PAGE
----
There are multiple methods of making a casing for elastic or a drawstring, and you often have to see the pattern pieces/ instructions to find which one is used.

Casings/ bands/ bindings on the edge of fabric

These are very basic key construction techniques to know, as similar methods are used for finishing edges by making hems, casings, neckbands, plackets, waistbands, pocket bands, and sleeve cuffs. Bias binding and Hong Kong finish (post from Closet Core patterns), and bias strip facing, are also similar but without the inner space for the elastic/drawstring or width for the band.

I find it amazing and fascinating how so many techniques are interrelated 😀
Putting them together, with diagrams showing a cross section through the fabric, makes it obvious that when you can do one, you can do others by adding/ changing a couple of steps !
They are similar in principle, though they may feel very different to make in practice, due to the size, thickness, and stiffness of the materials used.

Foundation techniques :
sew : plain seam, stitch-in-the-ditch (photo tutorial with video from Tilly and the Buttons), hem/ edge-stitch (note from SewGuide). Both are satisfyingly easy when you have an edge-stitch presser foot.
press : press folds of specific width – can be done quickly and easily by pressing over a template marked with widths. I use a hand-made one, which is simply a strip of card marked with widths.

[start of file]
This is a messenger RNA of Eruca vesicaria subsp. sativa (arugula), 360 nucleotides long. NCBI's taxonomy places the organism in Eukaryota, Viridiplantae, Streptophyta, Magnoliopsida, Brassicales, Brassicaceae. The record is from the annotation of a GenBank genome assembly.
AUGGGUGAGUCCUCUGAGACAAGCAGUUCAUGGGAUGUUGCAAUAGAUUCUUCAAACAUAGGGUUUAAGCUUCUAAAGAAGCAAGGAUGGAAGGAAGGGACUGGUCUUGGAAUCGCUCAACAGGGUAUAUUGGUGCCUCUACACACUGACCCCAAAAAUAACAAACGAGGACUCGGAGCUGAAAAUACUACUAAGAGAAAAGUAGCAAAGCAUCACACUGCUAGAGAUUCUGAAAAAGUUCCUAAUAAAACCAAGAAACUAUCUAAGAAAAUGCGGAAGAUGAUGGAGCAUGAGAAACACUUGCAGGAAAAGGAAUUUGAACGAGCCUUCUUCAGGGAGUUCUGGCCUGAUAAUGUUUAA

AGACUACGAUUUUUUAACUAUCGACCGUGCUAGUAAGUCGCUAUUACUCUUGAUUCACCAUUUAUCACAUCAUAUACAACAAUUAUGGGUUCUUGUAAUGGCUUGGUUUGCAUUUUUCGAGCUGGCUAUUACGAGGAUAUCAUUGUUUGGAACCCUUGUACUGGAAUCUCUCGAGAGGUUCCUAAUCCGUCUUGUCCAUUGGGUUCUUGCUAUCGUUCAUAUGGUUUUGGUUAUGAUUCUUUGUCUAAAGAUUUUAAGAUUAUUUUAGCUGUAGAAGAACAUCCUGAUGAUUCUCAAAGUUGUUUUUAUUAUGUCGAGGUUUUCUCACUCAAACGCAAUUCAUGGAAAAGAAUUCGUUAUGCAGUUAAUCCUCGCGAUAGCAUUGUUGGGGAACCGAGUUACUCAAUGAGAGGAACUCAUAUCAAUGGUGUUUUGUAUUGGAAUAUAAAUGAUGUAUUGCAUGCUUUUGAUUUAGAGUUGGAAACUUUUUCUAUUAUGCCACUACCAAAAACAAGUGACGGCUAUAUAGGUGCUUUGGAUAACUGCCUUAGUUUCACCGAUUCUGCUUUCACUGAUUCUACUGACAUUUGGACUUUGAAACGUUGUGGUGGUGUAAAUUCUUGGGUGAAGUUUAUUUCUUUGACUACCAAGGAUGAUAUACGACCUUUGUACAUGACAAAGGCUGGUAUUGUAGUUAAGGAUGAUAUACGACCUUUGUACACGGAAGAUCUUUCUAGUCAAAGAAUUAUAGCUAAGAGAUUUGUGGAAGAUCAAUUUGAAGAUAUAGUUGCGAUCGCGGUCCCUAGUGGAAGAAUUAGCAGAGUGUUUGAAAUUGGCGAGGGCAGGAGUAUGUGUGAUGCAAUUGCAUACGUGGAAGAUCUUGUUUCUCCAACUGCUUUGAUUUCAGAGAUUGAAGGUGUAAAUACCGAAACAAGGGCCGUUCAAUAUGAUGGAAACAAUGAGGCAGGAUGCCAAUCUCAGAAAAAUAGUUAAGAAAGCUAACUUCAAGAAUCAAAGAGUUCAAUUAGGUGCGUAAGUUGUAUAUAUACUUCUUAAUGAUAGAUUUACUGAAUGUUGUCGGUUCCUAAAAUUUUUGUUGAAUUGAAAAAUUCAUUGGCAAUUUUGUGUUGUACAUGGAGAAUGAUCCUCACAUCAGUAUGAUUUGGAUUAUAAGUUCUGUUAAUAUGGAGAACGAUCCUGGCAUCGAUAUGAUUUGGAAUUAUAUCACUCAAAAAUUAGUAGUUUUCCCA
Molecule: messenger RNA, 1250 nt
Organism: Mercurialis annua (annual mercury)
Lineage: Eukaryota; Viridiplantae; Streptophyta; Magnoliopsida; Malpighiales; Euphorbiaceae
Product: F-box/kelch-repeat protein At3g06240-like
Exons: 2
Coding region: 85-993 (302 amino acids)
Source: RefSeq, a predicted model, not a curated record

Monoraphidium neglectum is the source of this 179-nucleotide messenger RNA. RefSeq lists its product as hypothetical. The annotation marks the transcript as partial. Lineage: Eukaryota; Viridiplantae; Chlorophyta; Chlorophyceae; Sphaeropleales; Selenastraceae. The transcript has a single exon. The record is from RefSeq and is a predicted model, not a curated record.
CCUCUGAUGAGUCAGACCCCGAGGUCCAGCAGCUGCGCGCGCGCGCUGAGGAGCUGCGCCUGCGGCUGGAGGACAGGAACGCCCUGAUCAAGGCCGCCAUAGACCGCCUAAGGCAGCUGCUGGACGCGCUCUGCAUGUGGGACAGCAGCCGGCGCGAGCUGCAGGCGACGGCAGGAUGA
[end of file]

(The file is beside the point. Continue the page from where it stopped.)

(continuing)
Those techniques really are all you need 😀

When these methods are used for bands, often the fabric for those has added support given by interfacing, so they can keep their shape as they are in high-stress areas. There is special easy-fold interfacing which can be used for waistbands and straps (several widths).

Cut-on casing

The most ‘beginner’ way of making a casing for waist elastic on pants uses a pattern which has more length of fabric between waist and crotch. So you can make a casing simply by folding over the top edge.
Similar to sewing a hem. Double fold casing is like a double fold hem.
cross section through fabric
Even simpler method is a single fold, like a single fold hem.

Separate casing/ band

The simplest method of adding a separate casing/ band is to double the added strip before attaching it. Much used on beginner quick and easy patterns, especially to add bands to knits, but does not always give a neat (or comfortable non-rubbing) result inside the garment (diagrams in cross section again, and with outside of the garment to the right).
doubled much used for neck, cuff, hem bands on knits

Here are some neater methods for adding a separate casing/ band to woven fabrics.

The first stitching attaches a single layer of casing/ band fabric, right sides together to the outside of the main fabric.
Then the added fabric is pressed over the seam allowances.

first stitching

Next the raw edge of the casing/ band is folded in.

The raw edge may be finished (e.g. with overlocking, bias binding, Hong Kong finish).